Special Issue - 50th Anniversary510-511-512
Gender Equality on the Labour Market in France: A Slow Convergence Hampered by Motherhood
Dominique Meurs and Pierre Pora
Economie et Statistique / Economics and Statistics
Paru le : 18/12/2019
In France since the 1970s, the growth in labour force has been driven largely by that of women’s participation in the labour market and the fact that they interrupt their careers less often after motherhood. Their level of education has also risen considerably, and they have, on average, been more highly educated than men since the 1990s. But these developments did not result in reducing the gender pay gap to what might have been expected: the average hourly wage gap in the private sector has remained around 20% since the mid-1990s. In this average gap, the share explained by differences in human capital (education, experience) was cancelled out and even reversed between 1968 and 2015. The persistence of the wage gap now appears to be mainly linked to the consequences of motherhood. A child’s arrival causes mothers a loss of annual income largely due to adjustments in their working time. This penalty is higher for mothers whose wages are at the bottom of the wage distribution.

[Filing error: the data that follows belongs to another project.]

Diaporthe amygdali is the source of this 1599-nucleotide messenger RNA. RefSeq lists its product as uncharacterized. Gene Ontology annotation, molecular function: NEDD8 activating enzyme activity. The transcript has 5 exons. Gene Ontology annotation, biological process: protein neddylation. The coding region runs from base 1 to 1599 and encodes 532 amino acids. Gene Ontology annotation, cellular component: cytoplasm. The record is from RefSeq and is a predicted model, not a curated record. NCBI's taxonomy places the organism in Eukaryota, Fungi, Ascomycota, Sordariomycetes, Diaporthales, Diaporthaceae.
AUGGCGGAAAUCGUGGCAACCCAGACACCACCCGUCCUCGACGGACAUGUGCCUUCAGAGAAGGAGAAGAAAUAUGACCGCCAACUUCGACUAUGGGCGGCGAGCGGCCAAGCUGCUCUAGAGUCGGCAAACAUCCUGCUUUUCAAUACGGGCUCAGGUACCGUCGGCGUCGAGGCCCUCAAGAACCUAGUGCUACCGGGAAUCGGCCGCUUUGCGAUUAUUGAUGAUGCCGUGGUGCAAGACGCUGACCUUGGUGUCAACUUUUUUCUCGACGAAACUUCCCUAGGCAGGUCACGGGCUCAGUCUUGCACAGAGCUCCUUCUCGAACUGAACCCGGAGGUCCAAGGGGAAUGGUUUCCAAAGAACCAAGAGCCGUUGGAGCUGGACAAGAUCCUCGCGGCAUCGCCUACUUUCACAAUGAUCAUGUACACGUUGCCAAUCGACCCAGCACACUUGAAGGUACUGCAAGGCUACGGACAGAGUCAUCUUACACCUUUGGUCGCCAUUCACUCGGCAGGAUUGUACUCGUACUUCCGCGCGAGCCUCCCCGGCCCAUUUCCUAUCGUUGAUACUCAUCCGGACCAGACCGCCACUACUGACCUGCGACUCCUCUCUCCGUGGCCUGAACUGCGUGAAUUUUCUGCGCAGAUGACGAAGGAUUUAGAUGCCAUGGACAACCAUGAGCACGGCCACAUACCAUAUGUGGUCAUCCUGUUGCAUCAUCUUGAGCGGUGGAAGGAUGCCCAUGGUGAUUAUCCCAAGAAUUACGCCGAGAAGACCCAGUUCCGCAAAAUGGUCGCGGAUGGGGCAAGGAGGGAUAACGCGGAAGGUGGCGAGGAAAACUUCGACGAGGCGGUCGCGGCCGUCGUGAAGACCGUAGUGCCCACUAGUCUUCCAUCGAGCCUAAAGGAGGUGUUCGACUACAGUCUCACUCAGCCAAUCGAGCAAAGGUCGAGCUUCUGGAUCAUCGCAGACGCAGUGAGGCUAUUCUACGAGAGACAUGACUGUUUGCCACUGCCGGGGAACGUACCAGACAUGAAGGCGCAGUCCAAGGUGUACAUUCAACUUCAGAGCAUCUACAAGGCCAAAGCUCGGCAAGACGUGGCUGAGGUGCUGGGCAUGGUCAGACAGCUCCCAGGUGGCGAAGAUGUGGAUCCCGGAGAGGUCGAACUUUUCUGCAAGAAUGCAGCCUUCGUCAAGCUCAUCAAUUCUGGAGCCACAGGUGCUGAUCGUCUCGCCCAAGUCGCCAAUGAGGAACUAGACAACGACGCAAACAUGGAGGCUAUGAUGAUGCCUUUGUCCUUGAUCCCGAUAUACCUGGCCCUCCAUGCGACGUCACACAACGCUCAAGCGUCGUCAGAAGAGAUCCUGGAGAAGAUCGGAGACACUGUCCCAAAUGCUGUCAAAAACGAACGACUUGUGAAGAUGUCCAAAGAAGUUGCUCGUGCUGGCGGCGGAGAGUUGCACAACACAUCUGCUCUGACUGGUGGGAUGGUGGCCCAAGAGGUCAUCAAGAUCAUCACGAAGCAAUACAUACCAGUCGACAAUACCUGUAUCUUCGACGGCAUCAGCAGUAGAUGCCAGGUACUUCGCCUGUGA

Article (pdf, 1 Mo)
Citation: Meurs, D. & Pora, P. (2019). Gender Equality on the Labour Market in France: A Slow Convergence Hampered by Motherhood. Economie et Statistique / Economics and Statistics, 510-511-512, 109–130. https://doi.org/10.24187/ecostat.2019.510t.1990